Since its introduction in 1996, highly active antiretroviral therapy (HAART) has been credited with a marked and sustained reduction in AIDS-related death and disease in the United States. As with any pharmacotherapeutic agent, drug delivery to the site of action is absolutely required to elicit a favorable response. A significant obstacle to complete eradication of the HIV virus from the patient's body is the existence of biological barriers creating sanctuaries where the virus remains free from drug exposure. Two such barriers exist, ensuring the virus'survival and possible development of a resistant phenotype: the blood- brain barrier (BBB) and the blood-testis barrier (BTB). While there are no current methods that fully recapitulate the BBB to study the transport of drugs, we have developed a novel means of studying the intact BTB. The BTB protects the developing germ cells from the effects of potentially disruptive chemical interactions as well as immunological influences. Although this normal, protective function of the BTB is physiologically beneficial for reproduction, it can also provide a sanctuary for the HIV virus during antiretroviral therapy. This sanctuary site for HIV is particularly significant because the presence of HIV virus in the ejaculate of infected men is the major means of transmission to uninfected persons. Therefore, even while a patient is being effectively treated with a cocktail of antiretroviral drugs, the selective exclusion of the drugs at the BTB increases the viral load of the ejaculate and potential for transmission. Indeed, protease inhibitors and non-nucleoside reverse transcriptase inhibitors are actively excluded at the BTB and do not reach therapeutic concentrations in the testis. Alternatively, nucleoside analog drugs (NSAs) offer a unique opportunity to examine the characteristics of the BTB as well as the possibility of utilizing endogenous transporters as a means of circumventing the BTB since a number of NSAs are capable of accumulating in the semen of treated men. As the major component of the blood-testis barrier, Sertoli cells separate the adluminal compartment of the seminiferous tubules (STs) from the rest of the body by the formation of tight junctions below developing germ cells. In order to reach the adluminal space, drugs must first avoid barrier-function transporters before subsequently passing through Sertoli cells either by passive diffusion or carrier-mediated transport. Inward-facing transporter proteins, located at the basolateral and luminal membranes, allow specific compounds that cannot pass by passive diffusion to cross the BTB via transepithelial secretion. Selective movement of compounds across Sertoli cells therefore comprises the physiologic or functional aspect of the BTB. Therefore, we hypothesize that specific transporters are present at the basolateral and luminal membranes of Sertoli cells that allow specific NSA drugs to penetrate the BTB. The following aims have been designed to test this hypothesis: 1. Determine the constitutive expression and cellular localization of the major drug transporter proteins at the blood-testis barrier, as well as penetration of NSAs and PIs into the testis. 2. Determine the ability of selected inward-facing transporters (particularly Ent1, Ent2, Mate1 and Mate2) to support transepithelial secretion of NSAs and PIs. 3. Determine the functional capacity and molecular specificity of isolated Sertoli cells and intact STs to transport NSAs (didanosine, azidothymidine, abacavir, emtricitabine, tenofovir) and PIs (lopinavir and indinavir).The major emphasis of the current proposal is to focus on mechanisms by which therapeutics can successfully utilize endogenous transepithelial transporters to accumulate in the adluminal compartment, even within the context of the functional physiologic barrier.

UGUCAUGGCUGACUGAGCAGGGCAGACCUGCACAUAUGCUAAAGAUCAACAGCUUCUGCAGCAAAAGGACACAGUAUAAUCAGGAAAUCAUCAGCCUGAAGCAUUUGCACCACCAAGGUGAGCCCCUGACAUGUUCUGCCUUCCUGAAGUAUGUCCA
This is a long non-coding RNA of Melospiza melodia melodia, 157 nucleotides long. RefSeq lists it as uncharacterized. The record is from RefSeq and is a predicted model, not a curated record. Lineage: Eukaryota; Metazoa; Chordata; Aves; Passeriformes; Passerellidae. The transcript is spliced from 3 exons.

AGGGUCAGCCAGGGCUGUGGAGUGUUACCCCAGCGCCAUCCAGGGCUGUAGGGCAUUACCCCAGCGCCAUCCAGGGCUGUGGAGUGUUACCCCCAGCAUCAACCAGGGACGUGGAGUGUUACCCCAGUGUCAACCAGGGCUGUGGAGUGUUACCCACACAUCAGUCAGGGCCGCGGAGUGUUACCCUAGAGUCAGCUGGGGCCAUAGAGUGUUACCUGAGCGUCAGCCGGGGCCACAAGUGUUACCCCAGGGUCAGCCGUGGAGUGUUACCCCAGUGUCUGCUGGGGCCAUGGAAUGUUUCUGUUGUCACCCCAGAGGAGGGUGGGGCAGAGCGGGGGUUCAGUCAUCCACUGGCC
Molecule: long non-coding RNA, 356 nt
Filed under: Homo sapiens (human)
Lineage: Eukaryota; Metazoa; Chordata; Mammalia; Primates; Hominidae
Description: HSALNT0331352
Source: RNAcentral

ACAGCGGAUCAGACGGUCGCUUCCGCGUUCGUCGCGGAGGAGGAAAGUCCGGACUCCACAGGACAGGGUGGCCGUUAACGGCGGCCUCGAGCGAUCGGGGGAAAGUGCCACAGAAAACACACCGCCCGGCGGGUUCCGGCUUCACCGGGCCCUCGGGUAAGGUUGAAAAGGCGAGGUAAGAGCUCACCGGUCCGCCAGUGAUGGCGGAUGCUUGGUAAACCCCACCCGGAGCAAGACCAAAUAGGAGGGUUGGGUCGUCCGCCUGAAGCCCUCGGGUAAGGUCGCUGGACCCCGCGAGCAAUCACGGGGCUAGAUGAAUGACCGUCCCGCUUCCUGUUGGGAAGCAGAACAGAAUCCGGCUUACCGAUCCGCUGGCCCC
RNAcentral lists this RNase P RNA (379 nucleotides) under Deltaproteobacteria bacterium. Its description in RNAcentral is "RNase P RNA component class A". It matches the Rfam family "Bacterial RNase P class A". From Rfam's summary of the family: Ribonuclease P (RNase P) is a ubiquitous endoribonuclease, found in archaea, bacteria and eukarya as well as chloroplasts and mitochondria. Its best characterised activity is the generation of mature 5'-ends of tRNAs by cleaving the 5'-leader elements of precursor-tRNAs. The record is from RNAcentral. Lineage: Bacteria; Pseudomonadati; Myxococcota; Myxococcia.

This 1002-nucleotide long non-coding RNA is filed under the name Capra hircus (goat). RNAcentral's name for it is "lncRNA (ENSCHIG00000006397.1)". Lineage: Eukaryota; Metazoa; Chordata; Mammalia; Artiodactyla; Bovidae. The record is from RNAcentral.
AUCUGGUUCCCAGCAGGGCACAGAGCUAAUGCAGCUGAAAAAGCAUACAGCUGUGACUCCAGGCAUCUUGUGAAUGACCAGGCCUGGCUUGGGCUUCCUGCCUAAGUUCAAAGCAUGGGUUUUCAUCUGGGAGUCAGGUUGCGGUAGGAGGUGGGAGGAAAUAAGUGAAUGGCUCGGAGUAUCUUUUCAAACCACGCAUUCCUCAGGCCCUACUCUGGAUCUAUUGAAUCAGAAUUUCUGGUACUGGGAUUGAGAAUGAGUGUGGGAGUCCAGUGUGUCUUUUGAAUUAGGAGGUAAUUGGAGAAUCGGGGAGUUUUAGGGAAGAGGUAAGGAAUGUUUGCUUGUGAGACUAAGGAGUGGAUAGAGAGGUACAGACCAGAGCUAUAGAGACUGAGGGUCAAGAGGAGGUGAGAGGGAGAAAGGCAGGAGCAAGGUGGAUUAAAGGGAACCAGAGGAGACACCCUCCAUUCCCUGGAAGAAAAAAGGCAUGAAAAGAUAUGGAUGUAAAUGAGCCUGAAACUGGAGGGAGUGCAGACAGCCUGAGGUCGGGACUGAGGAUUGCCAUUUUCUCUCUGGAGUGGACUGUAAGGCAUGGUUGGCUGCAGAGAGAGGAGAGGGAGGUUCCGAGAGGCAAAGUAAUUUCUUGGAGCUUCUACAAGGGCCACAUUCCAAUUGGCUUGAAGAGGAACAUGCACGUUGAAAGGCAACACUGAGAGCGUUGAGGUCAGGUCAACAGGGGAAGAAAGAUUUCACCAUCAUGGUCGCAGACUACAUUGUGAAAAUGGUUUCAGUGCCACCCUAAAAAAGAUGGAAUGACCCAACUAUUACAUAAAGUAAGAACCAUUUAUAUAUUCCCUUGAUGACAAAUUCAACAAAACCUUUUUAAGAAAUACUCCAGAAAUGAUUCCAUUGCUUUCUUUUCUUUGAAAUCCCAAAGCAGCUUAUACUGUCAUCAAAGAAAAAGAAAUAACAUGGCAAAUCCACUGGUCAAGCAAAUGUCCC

Even when effectively managed by antiretroviral therapy, patients can transmit HIV virus because the blood-testis barrier provides a sanctuary where the virus can hide from the drugs. This project seeks to determine the molecular mechanisms whereby specific nucleoside analog drugs can cross the blood-testis barrier and the possibility of utilizing endogenous transporter systems as a means of circumventing the blood-testis barrier. This mechanism could be utilized in the development of new drugs to reduce the risk of transmission by infected patients.
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